Home Living Above & Beyond Does the future of Inuit tradition lie in modern technology?

Does the future of Inuit tradition lie in modern technology?

Trisha Ogina accesses iglu images on her iPad while in an iglu, as part of a KHS traditional learning program. © Brendan Griebel

Inuit sources for cultural knowledge are rapidly changing. The loss of Elders with first-hand experience of traditional lifeways and the breakdown of oral and intergenerational strategies for knowledge transmission are challenging efforts to revitalize language, skills and culture across Nunavut. At the same time, however, Internet use in Nunavut is on the rise. The popularity of social networks such as Facebook and YouTube in Nunavut indicates that Inuit are eager to maintain and evolve traditional practices of peer-to-peer knowledge exchange through new media platforms. The mass movement towards digital technology presents an opportunity for online networks to play a new role in the communication and maintenance of traditional Inuit knowledge.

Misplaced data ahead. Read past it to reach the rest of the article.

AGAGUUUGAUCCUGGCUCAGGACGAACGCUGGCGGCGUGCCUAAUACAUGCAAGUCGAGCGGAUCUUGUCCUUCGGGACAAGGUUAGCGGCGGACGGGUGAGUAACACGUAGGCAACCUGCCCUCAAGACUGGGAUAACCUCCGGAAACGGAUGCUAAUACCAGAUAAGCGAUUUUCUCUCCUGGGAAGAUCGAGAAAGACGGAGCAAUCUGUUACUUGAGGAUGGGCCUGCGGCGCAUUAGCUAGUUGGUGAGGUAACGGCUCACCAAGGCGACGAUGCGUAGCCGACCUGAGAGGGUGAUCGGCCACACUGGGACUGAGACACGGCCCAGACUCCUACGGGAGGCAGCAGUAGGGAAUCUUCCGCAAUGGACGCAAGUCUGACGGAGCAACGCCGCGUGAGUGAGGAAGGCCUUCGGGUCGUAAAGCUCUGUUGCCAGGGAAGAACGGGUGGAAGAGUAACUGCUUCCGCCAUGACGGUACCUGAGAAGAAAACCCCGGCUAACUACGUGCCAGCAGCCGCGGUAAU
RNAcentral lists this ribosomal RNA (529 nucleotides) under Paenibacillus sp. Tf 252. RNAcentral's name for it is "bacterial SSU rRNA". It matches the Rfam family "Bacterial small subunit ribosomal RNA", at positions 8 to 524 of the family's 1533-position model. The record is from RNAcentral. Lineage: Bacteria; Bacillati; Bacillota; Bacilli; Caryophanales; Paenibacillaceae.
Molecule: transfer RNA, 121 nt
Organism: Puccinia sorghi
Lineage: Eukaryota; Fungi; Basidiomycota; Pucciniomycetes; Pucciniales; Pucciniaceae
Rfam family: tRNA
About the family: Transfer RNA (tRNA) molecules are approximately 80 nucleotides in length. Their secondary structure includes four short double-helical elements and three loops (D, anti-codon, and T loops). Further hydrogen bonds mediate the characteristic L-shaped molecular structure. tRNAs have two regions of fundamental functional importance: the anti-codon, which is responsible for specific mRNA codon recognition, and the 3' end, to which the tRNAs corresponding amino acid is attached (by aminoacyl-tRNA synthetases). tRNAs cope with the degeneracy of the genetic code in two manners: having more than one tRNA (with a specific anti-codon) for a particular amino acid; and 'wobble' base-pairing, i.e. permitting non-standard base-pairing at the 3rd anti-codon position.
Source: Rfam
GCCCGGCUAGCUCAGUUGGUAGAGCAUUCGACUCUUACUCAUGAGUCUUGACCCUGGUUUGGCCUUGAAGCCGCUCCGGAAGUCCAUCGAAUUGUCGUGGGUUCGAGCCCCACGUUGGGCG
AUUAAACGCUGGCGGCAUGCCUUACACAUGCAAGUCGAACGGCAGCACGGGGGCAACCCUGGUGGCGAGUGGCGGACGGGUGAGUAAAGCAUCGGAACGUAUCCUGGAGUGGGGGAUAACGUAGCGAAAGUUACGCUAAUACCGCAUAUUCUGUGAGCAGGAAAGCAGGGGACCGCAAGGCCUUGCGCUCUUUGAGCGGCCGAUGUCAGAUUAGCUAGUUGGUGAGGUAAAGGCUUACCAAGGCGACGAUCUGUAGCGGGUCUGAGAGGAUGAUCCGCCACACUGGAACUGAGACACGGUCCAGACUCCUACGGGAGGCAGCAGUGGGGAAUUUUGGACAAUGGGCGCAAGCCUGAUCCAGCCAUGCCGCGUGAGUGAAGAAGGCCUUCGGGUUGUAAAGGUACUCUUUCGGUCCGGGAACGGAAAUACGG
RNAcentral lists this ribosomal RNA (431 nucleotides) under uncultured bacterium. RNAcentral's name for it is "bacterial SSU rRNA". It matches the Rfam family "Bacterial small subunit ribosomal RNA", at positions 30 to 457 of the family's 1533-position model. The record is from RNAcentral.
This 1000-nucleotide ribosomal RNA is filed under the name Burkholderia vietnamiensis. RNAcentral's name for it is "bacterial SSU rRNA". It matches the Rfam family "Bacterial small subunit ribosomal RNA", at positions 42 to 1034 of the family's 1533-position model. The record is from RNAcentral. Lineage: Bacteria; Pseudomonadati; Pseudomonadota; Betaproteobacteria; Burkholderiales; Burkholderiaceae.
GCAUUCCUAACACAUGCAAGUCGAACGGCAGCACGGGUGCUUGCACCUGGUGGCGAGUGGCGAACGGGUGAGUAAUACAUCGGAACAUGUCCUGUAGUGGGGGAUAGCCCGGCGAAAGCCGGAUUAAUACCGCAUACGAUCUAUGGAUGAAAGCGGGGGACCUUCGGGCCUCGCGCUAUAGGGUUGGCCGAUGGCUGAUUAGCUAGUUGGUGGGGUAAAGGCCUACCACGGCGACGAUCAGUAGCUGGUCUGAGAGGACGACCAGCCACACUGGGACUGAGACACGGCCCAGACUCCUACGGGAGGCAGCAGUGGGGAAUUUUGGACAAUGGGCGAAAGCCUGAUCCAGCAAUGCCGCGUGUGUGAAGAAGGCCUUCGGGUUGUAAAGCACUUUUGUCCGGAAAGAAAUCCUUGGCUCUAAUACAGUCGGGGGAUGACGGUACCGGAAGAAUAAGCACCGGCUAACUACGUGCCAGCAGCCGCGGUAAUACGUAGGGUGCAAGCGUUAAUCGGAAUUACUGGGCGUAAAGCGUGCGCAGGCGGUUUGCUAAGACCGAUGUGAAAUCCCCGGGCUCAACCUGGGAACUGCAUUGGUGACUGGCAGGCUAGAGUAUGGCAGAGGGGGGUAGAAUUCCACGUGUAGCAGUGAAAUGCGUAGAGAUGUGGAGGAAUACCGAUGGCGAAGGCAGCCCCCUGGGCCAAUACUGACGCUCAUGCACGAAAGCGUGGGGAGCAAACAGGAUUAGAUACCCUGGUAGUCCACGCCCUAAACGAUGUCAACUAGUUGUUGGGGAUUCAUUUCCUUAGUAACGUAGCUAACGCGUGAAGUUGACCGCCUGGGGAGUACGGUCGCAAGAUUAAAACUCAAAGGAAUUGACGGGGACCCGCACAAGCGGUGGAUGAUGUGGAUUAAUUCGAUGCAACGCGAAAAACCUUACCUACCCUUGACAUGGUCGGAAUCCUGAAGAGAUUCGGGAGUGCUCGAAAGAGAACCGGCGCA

This October, the Kitikmeot Heritage Society (KHS) will bring together Inuit representatives, academic researchers and software specialists at the annual Inuit Studies Conference in Newfoundland to consider new directions in the use of digital technology for the preservation and promotion of Inuit culture. Discussions will explore how the merger of ‘digital’ and ‘traditional’ has impacted the ways that Inuit cultural knowledge is learned, stored, and communicated throughout the Arctic. Most importantly, the session will address how the virtual world can be shaped and improved by aligning more closely with traditional Inuit strategies for both sharing and using their knowledge.

Stay tuned for the Kitikmeot Heritage Society’s 2017 release of a new publication based on the results of this meeting.